One thing that isn’t really touched on, and it is an interesting thought, is what can be asked in payment for the pleasures of a Succubus or, more accurately, what might be the trade if a soul isn’t involved and what that could mean.

  • Title: Hellfire Desire
  • Author: Velma Lock
  • Length: 25 Pages
  • Publishing Date: November 18, 2014
  • This work at Amazon.com

The work tells about:

Harley feels out of options and isn’t sure what to do with herself after loosing another job. On a whim she purchases a scroll which contains a spell that is said to make all of her desires come true. What she summons is a succubus with a pocket full of gold and some desires of her own. She’s ready to pay up if Harley can keep up. Is Harley up for this new challenge and can she handle getting filled in new ways beyond anything she’s ever experienced before?

Harley finds herself in the middle of nowhere and summoning something to make her desires real. To her surprise she summons a Succubus who gives Harley what she wants and at the same time gets what she wants as well.

At the beginning of the story, Harley is a bit difficult to like, or rather understand fully. It’s her personality, her “don’t really care” attitude that is concerning and if that continued through the entire story that would have been a problem. Thankfully there is some character development, some growth, and as the story winds its way towards summoning the Succubus, Harley tells a lot about herself.

The telling of that story, how Harley gets to the point where she’s in the middle of a forest summoning a Succubus has some ups and downs, but there is quite a lot of humour in the telling and I liked that. Her reactions feel real to who she is and when the Succubus appears, that’s when Harley knows she has a problem… the question is, of course, what the Succubus wants from Harley and how will she get that.

The Succubus, who’s name is never revealed, herself is blue, which seems to becoming a more active vision of what a Succubus is of late and I don’t mind that very much when it isn’t overstated. But she is more “stereotypically” devilish, hooves and all, which I do mind. As a whole she is very dominant, controlling, and at times there is a little bit of succubus mind control involved in the work as well. She gives pleasure to Harley, but as well she takes pleasures from Harley in a few different ways, one of which involves a slight physical transformation.

While her description is somewhat stereotypical, she really isn’t. She doesn’t want Harley’s soul, really what she wants is the pleasure, and in during so the succubus has what she wants from the “transaction” and “pays” for that, also making sure that Harley will be coming to see her again… in a lot of different ways. She has an interesting personality which is hinted at, but very soon the story turns towards being a hot flash and the story moves to the side for that.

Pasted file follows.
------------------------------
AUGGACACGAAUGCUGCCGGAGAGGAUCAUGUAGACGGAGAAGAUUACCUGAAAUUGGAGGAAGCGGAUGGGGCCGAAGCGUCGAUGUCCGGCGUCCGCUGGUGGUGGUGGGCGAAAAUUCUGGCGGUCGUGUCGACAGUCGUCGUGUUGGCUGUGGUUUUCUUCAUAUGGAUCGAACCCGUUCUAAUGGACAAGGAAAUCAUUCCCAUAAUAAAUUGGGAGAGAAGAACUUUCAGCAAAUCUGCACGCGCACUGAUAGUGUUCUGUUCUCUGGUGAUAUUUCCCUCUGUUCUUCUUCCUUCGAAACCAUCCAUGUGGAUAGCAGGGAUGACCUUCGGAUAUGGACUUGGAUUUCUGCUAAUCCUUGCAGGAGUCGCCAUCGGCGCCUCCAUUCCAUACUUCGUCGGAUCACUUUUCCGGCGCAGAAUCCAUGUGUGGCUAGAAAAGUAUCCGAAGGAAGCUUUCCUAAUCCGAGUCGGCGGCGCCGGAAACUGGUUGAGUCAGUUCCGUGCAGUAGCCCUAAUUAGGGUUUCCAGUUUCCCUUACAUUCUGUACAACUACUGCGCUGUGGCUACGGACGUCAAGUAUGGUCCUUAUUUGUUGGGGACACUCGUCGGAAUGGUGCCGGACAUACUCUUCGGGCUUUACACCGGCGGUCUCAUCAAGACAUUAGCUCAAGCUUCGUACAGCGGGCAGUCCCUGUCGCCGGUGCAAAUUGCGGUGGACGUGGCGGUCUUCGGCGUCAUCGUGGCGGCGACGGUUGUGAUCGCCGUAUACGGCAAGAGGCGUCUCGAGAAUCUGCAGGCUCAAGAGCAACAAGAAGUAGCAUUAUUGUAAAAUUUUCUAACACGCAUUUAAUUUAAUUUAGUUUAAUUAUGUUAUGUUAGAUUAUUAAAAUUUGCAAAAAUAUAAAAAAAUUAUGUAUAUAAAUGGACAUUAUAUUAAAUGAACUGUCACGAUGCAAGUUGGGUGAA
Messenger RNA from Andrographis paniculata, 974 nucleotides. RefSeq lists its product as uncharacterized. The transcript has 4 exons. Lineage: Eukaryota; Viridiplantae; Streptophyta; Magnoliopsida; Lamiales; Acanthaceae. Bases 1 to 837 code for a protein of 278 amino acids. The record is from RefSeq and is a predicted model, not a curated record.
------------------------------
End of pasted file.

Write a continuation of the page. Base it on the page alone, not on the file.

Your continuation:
The work past the setting up of the events that summon the Succubus are, as a whole, a fairly good hot flash piece of erotica which touches on several different themes. There is a bit of transformation, a bit of mind control, and it all works well with the author’s writing style. It is a bit more than simply a quick “get the main character off in a hurry” encounter, and as such it is more interesting as a result. There’s a hint of a D/s relationship beginning, the Succubus in control of that by far, but it is very slight and isn’t the core of the erotica.

While the author’s writing is very good and I liked the story as a whole, the work needs one more editing pass for some rather silly little errors in the story that tripped me up. They were mainly descriptions in the story where “eyes” would have worked better than “eye” considering that the character had two of them in the story. They aren’t terribly bad errors, but I noticed them and as such they pulled me out of the story when I shouldn’t have been.

The work is short, sadly, and it ends on a note which really demands a continuation. Harley is a unique character and I’d like to see her again. The Succubus is as well, but she needs a name honestly for all that happened in this story between her and Harley.

Four out of five pitchforks.

A good hot piece of erotica with an interesting main character and a Succubus that, if she didn’t have hooves, I would have liked a lot more than I did. One more editing pass would have been good to overcome a few small errors, and perhaps there should be a part two to tell about what happened the next time the Succubus appeared in Harley’s life.